“I try to think of the positives, because your whole sessions wont just be negatives, there will always be a positive somewhere, so if I have a negative on the high bar but a positive on the pommel then I will concentrate on the pommel and it will cheer me up”

An incredibly mature attitude and when your training routine consists of six days of the week with, Monday, Wed and Thursday 5-9, Tuesday and Friday 2-7 and Saturday 10-3 you realise the sheer mammoth commitment required. What’s more he is not allowing any of his training to interfere with his school grades and still has time for his friends who fully support him.

If you thought your training was intense, check out this snippet of just one session:

Last year this commitment reaped its reward. He came 3rd in the English Championships, 15th in the British Championships and an incredible 2nd in the grades competition where all the boys from across the UK compete.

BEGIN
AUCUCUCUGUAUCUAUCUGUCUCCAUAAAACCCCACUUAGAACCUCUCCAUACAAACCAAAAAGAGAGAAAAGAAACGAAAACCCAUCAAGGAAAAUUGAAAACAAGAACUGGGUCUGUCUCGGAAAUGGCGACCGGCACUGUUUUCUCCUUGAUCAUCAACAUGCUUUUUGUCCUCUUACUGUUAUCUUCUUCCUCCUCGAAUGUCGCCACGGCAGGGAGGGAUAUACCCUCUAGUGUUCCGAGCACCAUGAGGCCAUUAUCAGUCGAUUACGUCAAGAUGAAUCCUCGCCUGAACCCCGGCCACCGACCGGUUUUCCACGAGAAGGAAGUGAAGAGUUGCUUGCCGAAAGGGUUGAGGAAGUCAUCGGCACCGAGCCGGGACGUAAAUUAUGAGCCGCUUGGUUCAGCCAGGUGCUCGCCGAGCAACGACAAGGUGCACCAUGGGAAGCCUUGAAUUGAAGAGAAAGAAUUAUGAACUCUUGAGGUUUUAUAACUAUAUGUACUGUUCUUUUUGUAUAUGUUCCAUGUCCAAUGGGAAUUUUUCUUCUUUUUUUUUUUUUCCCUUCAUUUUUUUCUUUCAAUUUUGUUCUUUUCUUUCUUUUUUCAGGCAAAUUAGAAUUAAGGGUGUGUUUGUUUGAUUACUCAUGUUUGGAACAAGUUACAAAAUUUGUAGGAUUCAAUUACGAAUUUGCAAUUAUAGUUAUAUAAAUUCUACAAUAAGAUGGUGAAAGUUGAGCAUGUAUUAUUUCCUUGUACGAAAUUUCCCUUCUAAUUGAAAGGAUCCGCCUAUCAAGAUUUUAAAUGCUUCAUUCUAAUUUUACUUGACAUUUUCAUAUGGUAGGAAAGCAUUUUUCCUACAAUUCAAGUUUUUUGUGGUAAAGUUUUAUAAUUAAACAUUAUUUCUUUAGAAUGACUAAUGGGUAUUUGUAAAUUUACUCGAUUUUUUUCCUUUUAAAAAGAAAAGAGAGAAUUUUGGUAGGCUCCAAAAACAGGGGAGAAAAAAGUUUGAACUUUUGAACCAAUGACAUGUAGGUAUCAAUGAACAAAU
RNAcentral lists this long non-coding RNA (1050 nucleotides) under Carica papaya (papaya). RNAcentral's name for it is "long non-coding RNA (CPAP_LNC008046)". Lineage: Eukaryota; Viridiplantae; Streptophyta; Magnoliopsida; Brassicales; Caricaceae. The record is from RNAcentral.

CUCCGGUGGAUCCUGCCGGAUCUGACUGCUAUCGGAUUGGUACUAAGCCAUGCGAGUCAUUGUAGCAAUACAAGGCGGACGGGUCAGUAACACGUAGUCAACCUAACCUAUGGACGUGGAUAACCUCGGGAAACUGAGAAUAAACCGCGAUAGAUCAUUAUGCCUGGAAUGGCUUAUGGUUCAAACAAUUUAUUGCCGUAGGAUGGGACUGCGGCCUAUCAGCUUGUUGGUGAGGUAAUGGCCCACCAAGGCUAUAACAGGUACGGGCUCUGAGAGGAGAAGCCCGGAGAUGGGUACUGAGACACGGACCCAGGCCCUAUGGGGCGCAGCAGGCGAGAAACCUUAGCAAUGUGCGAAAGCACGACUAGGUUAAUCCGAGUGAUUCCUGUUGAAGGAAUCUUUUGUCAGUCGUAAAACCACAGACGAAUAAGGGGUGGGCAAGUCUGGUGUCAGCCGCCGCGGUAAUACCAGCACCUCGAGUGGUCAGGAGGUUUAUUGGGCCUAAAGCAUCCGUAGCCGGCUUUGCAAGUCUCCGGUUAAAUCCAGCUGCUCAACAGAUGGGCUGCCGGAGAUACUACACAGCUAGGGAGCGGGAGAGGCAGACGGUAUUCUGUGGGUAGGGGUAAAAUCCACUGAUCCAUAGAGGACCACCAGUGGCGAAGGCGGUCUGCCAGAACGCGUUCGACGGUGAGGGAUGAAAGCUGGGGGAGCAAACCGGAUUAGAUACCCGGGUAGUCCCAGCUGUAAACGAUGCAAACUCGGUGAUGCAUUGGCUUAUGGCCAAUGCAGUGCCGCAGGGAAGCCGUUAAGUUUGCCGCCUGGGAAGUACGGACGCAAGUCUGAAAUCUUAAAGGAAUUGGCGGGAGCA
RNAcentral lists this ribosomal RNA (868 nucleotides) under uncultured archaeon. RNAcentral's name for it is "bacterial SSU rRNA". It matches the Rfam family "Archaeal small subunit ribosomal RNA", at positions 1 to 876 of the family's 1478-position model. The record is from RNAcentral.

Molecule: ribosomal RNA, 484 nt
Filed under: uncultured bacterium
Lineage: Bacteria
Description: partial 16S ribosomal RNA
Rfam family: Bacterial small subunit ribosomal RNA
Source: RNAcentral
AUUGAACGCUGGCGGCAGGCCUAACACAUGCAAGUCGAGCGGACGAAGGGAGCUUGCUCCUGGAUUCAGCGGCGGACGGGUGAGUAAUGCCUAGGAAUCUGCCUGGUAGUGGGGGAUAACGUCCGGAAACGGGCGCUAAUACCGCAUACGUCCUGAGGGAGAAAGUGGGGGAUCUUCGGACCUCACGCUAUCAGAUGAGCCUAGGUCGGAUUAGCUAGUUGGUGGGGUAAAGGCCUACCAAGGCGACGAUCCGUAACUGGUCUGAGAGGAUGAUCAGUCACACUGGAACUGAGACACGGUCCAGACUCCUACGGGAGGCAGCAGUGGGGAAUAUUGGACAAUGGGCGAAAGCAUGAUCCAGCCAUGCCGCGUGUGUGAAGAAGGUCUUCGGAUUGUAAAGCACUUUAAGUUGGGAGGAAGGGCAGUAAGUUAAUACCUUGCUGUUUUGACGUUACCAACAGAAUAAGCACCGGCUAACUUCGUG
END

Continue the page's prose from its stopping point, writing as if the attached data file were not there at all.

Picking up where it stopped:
Just to reiterate, Anton is only fourteen!

So what’s next?

“This year I have the English and British Championships and if I do well I can compete internationally for GB.” Anton explains.

In order for him to make the cut for team GB it means he will have to reach the top six which after his recent success you would think would be easy but as he points out, this will be the first time he will competing with boys older than him.

Regardless of how he performs in the few weeks, Anton has made it into the Olympic cycle preparing athletes so they are ready to compete and whilst he will not be old enough for the 2020 Tokyo games the goal is certainly for the 2024.

One thing is very clear though, Anton Adewale is such an inspiration to everyone and without doubt someone to keep an eye out for.

It goes without saying this talented athlete is someone Crawley is very proud to have as a resident.

The support from his school was summed up perfectly by the new head Mr Smith:

“We continue to support Anton with whatever he needs during his time at Thomas Bennett.”

But all this training does come at a cost and remarkably Anton has yet to get any sponsorship meaning the whole family has to pull together and tighten the purse strings to make it possible.

If you are a business and would be interested in becoming a sponsor of Anton then please email us at info@crawleynews24.co.uk and we will pass on your details.

Education

‘Reckless’ National Education Union attacks West Sussex Council over schools reopening